How Special Needs and Technology Can Work Together


Finding the right tool for a special needs learner can take time. In the end, though, technology can be a great help. Here’s how.

By Lisa Lawmaster Hess

“There’s so much out there,” says Sally Hagarty, a RESNA-certified assistive technology specialist. “If a student seems to be underachieving—I know he knows more than he’s showing me—there’s got to be a way to demonstrate his knowledge.”

The tool that elicits that demonstration can come in many forms, from low-tech solutions such as pencil grips and slant boards to hardware like iPads and ergonomically correct keyboards, with myriad apps and software programs in between.

No matter how hard she practices, Julie can’t write neatly. Since she started working with the occupational therapist, her daily work has improved, but her stories and essays remain almost illegible. It’s clear that she wants to improve, but in the meantime, you can’t read her work, and both of you are becoming increasingly frustrated.

Manuel’s family moved to the United States last spring. Last year’s teacher described him as adorable but unable to speak or understand a word of English. His oral language skills have come a long way since those first days, but when you ask him to write anything, he smiles at you as though he doesn’t understand a word you said.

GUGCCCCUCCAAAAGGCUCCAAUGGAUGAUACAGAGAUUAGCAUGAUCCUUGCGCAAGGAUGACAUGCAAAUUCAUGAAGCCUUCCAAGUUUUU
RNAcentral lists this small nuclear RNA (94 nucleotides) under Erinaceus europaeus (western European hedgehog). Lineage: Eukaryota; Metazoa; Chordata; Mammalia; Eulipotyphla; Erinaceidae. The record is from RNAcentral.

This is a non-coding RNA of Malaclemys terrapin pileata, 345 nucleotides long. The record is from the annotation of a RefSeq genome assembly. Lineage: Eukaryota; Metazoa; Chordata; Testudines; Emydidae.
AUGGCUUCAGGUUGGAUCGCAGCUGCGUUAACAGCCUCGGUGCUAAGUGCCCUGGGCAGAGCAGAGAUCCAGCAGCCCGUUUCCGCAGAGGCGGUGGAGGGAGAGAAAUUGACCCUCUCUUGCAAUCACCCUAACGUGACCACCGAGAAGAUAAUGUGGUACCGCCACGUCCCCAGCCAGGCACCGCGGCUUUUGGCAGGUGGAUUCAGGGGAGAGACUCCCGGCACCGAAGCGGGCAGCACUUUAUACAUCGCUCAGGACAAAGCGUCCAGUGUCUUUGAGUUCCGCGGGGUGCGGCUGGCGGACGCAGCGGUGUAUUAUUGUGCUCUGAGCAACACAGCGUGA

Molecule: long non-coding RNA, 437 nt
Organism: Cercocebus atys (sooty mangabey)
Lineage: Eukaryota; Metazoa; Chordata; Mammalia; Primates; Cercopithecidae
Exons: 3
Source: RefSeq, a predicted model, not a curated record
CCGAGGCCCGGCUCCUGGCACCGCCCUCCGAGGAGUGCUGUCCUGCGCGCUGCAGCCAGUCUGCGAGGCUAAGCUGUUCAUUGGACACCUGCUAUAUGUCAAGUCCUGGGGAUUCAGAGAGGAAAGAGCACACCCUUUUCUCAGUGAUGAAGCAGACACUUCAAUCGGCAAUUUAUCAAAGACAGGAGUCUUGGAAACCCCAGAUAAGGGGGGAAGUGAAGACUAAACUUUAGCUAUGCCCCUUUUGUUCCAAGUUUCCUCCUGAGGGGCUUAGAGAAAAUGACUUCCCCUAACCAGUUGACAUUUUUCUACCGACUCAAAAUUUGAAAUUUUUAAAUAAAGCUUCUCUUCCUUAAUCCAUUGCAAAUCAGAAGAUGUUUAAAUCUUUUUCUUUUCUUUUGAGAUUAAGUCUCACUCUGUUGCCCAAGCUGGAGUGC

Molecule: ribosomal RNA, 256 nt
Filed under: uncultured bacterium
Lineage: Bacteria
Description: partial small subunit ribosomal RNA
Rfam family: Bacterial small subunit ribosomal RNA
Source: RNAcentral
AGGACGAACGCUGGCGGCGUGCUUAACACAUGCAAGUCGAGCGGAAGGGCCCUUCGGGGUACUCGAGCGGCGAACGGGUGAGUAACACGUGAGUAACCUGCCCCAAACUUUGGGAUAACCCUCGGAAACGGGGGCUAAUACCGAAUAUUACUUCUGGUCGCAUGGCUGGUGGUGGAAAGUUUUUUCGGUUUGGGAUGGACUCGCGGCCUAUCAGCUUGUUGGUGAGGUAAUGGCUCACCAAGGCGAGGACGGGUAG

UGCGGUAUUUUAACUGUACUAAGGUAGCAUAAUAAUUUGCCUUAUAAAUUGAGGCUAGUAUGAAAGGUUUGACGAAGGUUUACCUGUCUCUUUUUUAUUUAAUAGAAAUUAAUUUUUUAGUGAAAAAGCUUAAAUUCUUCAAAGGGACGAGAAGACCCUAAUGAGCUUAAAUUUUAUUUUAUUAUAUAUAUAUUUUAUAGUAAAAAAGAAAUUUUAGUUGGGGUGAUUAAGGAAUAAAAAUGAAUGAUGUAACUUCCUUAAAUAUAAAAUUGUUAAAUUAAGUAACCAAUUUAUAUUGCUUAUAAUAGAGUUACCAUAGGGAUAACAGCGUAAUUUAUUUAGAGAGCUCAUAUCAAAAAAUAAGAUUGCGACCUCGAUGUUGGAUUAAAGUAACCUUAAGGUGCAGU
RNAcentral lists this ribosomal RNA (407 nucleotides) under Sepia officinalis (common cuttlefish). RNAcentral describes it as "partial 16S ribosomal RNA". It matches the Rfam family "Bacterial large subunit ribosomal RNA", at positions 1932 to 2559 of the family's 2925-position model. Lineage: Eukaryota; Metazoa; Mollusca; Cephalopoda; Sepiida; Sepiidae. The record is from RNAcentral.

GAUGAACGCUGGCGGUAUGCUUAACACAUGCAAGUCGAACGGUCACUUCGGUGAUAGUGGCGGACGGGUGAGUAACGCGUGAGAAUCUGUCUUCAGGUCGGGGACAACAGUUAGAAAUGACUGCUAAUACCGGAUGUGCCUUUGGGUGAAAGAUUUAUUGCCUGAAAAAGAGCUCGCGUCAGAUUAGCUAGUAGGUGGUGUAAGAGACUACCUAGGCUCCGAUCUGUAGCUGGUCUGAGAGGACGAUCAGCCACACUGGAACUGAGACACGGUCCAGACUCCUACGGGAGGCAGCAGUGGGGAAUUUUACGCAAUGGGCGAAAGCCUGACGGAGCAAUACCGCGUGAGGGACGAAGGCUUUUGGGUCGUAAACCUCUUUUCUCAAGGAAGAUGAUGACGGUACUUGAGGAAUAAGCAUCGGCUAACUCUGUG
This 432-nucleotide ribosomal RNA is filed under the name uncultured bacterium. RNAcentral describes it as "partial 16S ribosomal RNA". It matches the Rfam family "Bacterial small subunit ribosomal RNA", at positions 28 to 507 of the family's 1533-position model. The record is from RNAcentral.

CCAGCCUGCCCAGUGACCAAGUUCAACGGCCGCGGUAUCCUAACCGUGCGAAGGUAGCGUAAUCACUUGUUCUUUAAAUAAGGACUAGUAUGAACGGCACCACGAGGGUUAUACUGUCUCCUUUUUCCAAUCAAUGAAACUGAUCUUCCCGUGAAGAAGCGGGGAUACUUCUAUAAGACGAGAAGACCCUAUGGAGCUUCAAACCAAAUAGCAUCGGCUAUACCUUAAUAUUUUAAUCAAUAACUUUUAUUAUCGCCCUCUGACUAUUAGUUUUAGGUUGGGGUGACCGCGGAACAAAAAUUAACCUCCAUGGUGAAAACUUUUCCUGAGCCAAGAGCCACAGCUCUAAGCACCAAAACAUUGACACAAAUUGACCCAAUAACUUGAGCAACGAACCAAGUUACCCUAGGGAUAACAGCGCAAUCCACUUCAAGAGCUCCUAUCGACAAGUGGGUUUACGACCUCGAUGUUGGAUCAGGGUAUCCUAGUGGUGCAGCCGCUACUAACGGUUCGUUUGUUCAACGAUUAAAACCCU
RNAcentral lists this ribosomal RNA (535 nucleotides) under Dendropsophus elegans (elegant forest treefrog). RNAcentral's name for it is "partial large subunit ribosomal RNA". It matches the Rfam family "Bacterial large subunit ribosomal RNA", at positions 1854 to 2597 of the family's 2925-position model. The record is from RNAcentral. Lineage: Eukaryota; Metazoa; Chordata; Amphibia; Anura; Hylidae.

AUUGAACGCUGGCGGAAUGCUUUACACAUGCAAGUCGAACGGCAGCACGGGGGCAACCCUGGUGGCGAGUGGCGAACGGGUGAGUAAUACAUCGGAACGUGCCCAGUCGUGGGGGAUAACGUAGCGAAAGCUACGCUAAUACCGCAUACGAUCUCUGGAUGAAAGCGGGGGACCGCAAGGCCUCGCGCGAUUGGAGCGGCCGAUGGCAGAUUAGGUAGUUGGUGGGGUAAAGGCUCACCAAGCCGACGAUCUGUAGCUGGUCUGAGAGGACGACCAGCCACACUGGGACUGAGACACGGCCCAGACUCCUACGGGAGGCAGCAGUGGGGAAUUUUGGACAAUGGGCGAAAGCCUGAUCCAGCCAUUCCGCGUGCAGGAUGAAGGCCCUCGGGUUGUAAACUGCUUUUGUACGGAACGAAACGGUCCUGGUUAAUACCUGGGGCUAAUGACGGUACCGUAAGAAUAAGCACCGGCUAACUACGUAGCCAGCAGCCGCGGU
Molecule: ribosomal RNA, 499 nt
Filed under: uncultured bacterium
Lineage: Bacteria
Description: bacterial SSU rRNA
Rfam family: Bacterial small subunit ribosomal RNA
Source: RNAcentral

Alex is one of the chattiest students you’ve ever had in class, both in terms of conversation skills and class participation, but when it comes to written work, he produces nothing. You know he knows the material, but he can’t seem to provide any evidence of that.

Carly loves stories—telling them and writing them, that is. When it comes to reading, however, she won’t choose anything but a picture book. She says it’s because picture books remind her of movies, but one look at her reading test scores tells a different story. Carly may love telling stories, but she can’t decode them.

Dominic is on the autism spectrum. He does well in one-on-one lessons, but he struggles in small groups and sometimes shuts down completely during whole-class instruction. Last year’s teacher set up a schedule for him with built-in breaks and allowed him to use an iPad to play preloaded educational games. You’re not sure how to implement those breaks into your daily schedule, and you’re not convinced of the need for game playing during the school day.

Clearly each of these students has a roadblock to overcome on the journey to success. Could technology help?

“There’s so much out there,” says Sally Hagarty, a RESNA-certified assistive technology specialist. “If a student seems to be underachieving—I know he knows more than he’s showing me—there’s got to be a way to demonstrate his knowledge.”

The tool that elicits that demonstration can come in many forms, from low-tech solutions such as pencil grips and slant boards to hardware like iPads and ergonomically correct keyboards, with myriad apps and software programs in between.